I’m enjoying my post-qual liberty – I passed! – by giving a talk later today for Women in Math at Berkeley on continued fractions, and the elegant efficiency they offer for performing computations in the geometry of surfaces. Here are my notes.
I suspect that, quite rightly, many of the talks in an expository forum like this are what my undergraduate advisor would call ‘propaganda talks’: a rough sketch of some of the main ideas and motivations of a field or topic, probably accompanied by some central examples.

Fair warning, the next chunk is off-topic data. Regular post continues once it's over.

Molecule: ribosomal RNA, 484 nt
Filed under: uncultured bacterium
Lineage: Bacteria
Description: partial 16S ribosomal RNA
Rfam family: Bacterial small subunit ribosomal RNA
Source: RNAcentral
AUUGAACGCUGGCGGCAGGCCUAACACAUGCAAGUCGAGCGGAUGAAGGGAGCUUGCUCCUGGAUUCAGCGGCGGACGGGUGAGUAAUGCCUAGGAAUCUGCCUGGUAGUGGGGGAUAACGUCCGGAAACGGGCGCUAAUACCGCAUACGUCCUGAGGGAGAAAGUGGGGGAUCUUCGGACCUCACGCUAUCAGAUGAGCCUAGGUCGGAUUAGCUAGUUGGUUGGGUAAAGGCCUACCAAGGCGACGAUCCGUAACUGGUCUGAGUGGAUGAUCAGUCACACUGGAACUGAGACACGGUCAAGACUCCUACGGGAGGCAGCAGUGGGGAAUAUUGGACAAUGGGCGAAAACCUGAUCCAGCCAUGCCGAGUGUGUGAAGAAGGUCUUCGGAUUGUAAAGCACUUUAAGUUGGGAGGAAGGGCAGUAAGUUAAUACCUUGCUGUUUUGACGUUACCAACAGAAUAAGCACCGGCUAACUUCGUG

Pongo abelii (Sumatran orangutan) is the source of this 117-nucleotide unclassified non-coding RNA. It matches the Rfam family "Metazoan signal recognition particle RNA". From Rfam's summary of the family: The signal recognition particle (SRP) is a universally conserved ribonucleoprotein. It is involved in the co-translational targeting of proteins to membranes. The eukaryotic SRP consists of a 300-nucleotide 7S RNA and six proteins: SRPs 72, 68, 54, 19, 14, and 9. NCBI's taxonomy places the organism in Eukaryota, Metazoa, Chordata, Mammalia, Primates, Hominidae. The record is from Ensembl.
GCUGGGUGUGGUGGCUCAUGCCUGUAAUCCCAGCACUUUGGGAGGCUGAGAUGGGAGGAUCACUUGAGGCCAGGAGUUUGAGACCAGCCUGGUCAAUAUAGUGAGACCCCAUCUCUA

Partly out of philosophy, partly out of curiosity, and partly because I tied myself to it in my title and abstract, I’m not going to buck this trend. Instead, I’m going to try to communicate something of the everyday activity of a geometer (at least, in my experience of course). Some big ideas will naturally be introduced into the story as required – toric geometry, intersection theory, resolution of singularities,… – but I’m hoping to drape the talk on the many beautiful and elementary examples of things I’d like to compute (for instance, invariant monomials under a group action). I anticipate that it won’t be the easiest talk to deliver or receive, but I’m intrigued to see what happens!